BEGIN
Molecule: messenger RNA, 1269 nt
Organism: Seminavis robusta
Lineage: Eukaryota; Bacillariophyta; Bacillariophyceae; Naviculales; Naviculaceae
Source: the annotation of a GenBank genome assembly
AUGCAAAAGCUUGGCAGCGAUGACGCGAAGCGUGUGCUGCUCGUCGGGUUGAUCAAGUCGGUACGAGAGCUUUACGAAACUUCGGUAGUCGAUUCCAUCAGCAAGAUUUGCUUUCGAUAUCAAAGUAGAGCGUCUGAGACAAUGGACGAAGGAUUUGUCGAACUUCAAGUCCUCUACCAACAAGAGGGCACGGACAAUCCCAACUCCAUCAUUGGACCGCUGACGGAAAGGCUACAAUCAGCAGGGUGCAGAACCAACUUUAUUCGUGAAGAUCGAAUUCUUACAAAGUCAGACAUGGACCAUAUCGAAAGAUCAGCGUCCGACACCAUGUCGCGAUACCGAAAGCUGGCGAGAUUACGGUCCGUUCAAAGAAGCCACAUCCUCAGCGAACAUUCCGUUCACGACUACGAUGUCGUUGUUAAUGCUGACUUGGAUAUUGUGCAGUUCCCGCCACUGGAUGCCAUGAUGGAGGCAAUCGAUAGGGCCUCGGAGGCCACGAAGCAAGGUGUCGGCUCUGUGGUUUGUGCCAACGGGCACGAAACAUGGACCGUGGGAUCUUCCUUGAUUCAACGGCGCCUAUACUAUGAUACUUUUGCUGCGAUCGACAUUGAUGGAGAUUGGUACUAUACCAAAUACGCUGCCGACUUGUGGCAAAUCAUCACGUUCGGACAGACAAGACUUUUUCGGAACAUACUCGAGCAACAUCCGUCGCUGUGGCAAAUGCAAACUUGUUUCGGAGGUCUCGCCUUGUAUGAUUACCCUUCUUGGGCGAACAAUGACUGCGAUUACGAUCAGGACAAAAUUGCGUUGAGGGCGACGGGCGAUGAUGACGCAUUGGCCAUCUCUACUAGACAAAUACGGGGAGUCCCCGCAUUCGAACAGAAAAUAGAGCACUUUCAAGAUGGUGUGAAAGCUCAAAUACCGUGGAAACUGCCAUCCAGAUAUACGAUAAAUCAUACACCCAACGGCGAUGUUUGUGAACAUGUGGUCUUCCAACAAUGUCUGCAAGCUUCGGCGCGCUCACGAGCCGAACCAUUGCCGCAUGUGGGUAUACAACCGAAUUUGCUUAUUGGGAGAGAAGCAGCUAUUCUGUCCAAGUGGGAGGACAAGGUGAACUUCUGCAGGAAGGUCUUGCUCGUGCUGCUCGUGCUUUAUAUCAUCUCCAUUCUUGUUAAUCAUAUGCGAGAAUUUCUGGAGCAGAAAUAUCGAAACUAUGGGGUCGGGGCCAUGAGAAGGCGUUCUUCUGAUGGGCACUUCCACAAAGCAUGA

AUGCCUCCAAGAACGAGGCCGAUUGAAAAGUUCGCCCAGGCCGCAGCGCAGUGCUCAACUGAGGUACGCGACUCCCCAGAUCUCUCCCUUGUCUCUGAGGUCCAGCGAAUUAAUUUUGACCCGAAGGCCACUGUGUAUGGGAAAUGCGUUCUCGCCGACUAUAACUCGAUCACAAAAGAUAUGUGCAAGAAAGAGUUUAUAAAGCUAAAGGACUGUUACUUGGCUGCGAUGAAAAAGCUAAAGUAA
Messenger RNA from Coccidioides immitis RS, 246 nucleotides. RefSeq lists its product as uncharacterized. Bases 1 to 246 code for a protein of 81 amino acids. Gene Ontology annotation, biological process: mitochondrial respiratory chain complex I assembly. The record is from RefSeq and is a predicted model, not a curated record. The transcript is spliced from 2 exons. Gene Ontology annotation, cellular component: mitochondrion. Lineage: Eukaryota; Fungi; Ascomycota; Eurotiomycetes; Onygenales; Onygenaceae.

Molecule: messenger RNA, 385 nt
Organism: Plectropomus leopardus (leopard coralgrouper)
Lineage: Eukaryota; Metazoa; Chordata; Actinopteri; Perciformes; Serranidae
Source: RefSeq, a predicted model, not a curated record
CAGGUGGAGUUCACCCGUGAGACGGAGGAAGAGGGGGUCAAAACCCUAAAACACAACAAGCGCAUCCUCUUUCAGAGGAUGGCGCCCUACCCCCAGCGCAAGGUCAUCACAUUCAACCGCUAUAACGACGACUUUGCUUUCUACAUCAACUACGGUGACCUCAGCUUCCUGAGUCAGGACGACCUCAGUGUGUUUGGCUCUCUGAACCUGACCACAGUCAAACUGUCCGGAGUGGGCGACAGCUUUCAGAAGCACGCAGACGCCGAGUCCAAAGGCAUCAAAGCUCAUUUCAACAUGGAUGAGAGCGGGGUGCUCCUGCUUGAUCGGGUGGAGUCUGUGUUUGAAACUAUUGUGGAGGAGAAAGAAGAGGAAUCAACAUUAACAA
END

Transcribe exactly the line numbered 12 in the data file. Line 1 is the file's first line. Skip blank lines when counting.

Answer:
CAGGUGGAGUUCACCCGUGAGACGGAGGAAGAGGGGGUCAAAACCCUAAAACACAACAAGCGCAUCCUCUUUCAGAGGAUGGCGCCCUACCCCCAGCGCAAGGUCAUCACAUUCAACCGCUAUAACGACGACUUUGCUUUCUACAUCAACUACGGUGACCUCAGCUUCCUGAGUCAGGACGACCUCAGUGUGUUUGGCUCUCUGAACCUGACCACAGUCAAACUGUCCGGAGUGGGCGACAGCUUUCAGAAGCACGCAGACGCCGAGUCCAAAGGCAUCAAAGCUCAUUUCAACAUGGAUGAGAGCGGGGUGCUCCUGCUUGAUCGGGUGGAGUCUGUGUUUGAAACUAUUGUGGAGGAGAAAGAAGAGGAAUCAACAUUAACAA